8-4-4 Education System
The 8-4-4 system of education was introduced in January 1985, following the Mackay report of 1982. King and McGrath (2002) claims that the 8-4-4 policy arose out of the concerns that a basic academic education might lack the necessary content to promote widespread sustainable (self) employment”. Therefore the 8-4-4 policy emanated from the assumption that it would equip pupils with employable skills thereby enabling school dropouts at all levels to be either self-employed or secure employment in the informal sector. King &McGrath, 2002 observes that the new policy would orient youths towards self-employment. The system strongly emphasizes attitudinal and skills preparations for the world of work and especially self-employment.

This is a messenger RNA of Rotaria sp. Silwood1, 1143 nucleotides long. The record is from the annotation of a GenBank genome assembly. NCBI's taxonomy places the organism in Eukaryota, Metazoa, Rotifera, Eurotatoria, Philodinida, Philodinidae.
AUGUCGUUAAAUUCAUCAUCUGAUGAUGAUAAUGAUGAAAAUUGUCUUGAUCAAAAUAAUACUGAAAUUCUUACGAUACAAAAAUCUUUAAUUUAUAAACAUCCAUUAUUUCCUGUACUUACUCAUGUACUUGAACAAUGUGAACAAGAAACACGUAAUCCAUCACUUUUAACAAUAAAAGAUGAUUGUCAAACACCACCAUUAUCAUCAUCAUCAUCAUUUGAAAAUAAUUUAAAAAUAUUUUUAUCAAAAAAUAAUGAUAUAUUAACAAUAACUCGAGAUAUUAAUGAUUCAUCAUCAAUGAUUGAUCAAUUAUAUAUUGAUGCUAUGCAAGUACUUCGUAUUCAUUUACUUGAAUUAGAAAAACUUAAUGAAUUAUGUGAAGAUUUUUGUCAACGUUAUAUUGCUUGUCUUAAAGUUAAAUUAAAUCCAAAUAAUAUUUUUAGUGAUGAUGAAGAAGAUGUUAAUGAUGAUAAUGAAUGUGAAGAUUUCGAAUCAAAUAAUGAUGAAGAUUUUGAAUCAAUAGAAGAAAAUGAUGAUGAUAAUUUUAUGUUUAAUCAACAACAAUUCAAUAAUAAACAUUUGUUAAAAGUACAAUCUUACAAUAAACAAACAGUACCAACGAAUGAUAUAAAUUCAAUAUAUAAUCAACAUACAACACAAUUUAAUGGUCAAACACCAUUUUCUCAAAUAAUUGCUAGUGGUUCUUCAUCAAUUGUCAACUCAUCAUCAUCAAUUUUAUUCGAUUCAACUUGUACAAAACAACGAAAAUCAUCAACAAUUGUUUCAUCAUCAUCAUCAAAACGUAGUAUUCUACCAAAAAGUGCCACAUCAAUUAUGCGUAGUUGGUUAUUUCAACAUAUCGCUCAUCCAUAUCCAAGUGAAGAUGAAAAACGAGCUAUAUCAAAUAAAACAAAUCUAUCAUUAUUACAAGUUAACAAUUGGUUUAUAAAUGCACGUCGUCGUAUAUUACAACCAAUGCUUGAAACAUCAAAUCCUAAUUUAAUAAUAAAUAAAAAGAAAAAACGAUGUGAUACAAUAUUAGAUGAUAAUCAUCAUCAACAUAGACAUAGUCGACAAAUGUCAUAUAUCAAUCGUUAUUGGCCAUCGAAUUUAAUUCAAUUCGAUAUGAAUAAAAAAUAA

According to Sifuna (1990), there are three events that led to implementation of the 8-4-4 system: the 1966 conference on education at Kericho in Kenya, which stressed the need for integrating rural development; the International Labor Organization mission report entitled “Employment, Incomes and Equality: A Strategy for Increasing Productive Employment of 1972;” and the recommendation of the National Committee on Educational Objectives and Policies of 1975. In 1979 the Ministry of Education was changed to the Ministry of Basic Education with an introductory nine-year basic education system program. The rationale was that the previous program was too short and not rigorous enough to give graduates enough practical education. It also recommended that the first six years of primary were to concentrate on numeric and literacy skills and the last two years on basic education with practical orientation. This represented a shift from a focus on enrollment to restructuring the program as a means to cater to the influx of unemployed.